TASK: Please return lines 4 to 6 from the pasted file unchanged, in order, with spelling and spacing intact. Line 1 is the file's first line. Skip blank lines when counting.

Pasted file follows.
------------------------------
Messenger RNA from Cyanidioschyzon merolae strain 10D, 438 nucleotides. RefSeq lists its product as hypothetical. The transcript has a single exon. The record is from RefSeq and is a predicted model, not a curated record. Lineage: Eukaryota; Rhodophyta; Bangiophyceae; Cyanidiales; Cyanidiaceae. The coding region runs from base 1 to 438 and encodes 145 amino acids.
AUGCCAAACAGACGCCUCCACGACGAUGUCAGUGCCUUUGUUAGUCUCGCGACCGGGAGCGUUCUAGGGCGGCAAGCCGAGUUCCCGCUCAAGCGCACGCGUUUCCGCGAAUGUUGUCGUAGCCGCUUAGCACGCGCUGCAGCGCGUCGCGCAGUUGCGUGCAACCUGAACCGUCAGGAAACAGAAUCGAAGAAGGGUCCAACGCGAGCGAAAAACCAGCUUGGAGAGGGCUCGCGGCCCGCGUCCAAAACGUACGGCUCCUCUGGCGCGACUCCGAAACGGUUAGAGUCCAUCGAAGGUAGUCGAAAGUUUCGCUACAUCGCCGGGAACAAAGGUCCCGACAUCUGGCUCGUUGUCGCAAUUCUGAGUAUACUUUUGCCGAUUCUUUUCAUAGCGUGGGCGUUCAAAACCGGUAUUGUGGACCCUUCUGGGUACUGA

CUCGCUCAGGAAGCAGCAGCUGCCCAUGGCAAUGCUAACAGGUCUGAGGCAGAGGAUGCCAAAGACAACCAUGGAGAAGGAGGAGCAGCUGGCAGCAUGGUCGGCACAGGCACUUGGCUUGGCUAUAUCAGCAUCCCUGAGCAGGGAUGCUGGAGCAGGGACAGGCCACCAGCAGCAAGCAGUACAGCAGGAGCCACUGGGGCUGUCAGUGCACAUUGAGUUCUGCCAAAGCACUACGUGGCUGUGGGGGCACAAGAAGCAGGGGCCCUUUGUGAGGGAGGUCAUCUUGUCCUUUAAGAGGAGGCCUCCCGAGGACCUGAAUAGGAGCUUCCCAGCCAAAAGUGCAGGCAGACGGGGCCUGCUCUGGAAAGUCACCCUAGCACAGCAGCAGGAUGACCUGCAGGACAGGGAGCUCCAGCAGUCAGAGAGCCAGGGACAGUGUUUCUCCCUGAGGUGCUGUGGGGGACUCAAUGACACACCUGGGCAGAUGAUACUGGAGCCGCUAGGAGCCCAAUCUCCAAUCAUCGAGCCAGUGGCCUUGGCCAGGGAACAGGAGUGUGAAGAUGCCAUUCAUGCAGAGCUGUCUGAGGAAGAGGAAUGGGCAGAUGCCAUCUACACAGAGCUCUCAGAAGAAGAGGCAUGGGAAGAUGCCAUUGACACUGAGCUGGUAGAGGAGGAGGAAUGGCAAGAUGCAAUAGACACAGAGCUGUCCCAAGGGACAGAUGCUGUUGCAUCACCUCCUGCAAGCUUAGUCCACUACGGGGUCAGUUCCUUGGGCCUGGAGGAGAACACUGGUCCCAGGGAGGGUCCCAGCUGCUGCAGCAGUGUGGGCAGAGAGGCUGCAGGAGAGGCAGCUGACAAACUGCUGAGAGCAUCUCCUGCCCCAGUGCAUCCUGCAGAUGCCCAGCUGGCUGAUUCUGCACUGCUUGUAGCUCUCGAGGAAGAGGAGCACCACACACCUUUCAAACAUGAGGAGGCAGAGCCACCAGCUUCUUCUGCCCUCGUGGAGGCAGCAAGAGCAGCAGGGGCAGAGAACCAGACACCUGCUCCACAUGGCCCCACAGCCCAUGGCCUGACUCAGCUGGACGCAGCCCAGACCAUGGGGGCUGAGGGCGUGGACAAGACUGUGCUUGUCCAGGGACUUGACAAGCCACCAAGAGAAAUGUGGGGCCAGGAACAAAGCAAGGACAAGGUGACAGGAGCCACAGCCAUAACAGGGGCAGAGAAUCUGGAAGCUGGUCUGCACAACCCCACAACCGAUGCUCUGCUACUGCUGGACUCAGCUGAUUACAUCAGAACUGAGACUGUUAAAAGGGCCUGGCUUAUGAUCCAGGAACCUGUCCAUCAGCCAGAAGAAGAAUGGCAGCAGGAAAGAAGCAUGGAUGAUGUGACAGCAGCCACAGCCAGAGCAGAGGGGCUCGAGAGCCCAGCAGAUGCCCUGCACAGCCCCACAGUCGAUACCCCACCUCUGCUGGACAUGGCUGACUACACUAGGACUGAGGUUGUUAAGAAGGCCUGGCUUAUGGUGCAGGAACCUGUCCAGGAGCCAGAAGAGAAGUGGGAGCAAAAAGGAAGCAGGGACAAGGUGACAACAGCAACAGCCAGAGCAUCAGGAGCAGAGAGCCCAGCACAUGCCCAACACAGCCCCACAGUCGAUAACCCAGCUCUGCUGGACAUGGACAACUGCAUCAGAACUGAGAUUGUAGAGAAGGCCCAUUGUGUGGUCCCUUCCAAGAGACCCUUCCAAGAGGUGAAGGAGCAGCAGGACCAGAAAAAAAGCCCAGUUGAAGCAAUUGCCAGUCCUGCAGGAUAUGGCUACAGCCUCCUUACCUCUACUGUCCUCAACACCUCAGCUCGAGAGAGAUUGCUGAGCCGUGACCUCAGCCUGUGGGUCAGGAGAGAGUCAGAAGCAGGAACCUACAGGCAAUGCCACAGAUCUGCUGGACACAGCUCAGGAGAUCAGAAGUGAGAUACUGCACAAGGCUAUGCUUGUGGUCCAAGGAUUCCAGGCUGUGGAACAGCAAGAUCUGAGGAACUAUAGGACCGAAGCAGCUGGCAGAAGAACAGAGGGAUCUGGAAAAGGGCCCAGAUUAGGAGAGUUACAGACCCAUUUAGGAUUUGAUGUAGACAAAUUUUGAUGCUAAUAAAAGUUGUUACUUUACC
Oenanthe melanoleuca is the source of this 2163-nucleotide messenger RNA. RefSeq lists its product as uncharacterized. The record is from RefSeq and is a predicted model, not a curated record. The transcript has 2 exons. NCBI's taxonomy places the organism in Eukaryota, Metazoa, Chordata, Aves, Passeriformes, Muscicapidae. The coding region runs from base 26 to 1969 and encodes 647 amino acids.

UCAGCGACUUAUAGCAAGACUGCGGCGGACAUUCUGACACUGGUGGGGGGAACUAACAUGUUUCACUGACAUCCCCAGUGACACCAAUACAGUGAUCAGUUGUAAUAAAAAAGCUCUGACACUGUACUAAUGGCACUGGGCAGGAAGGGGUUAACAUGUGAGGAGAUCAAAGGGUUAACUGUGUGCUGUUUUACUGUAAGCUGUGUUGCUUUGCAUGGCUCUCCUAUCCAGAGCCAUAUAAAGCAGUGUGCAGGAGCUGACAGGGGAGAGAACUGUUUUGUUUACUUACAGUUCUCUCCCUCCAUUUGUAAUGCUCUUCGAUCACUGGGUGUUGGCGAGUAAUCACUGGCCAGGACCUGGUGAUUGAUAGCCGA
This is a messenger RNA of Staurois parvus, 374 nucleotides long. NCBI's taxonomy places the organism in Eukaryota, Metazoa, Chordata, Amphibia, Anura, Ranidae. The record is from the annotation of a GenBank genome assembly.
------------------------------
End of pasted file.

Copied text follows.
Oenanthe melanoleuca is the source of this 2163-nucleotide messenger RNA. RefSeq lists its product as uncharacterized. The record is from RefSeq and is a predicted model, not a curated record. The transcript has 2 exons. NCBI's taxonomy places the organism in Eukaryota, Metazoa, Chordata, Aves, Passeriformes, Muscicapidae. The coding region runs from base 26 to 1969 and encodes 647 amino acids.

UCAGCGACUUAUAGCAAGACUGCGGCGGACAUUCUGACACUGGUGGGGGGAACUAACAUGUUUCACUGACAUCCCCAGUGACACCAAUACAGUGAUCAGUUGUAAUAAAAAAGCUCUGACACUGUACUAAUGGCACUGGGCAGGAAGGGGUUAACAUGUGAGGAGAUCAAAGGGUUAACUGUGUGCUGUUUUACUGUAAGCUGUGUUGCUUUGCAUGGCUCUCCUAUCCAGAGCCAUAUAAAGCAGUGUGCAGGAGCUGACAGGGGAGAGAACUGUUUUGUUUACUUACAGUUCUCUCCCUCCAUUUGUAAUGCUCUUCGAUCACUGGGUGUUGGCGAGUAAUCACUGGCCAGGACCUGGUGAUUGAUAGCCGA
This is a messenger RNA of Staurois parvus, 374 nucleotides long. NCBI's taxonomy places the organism in Eukaryota, Metazoa, Chordata, Amphibia, Anura, Ranidae. The record is from the annotation of a GenBank genome assembly.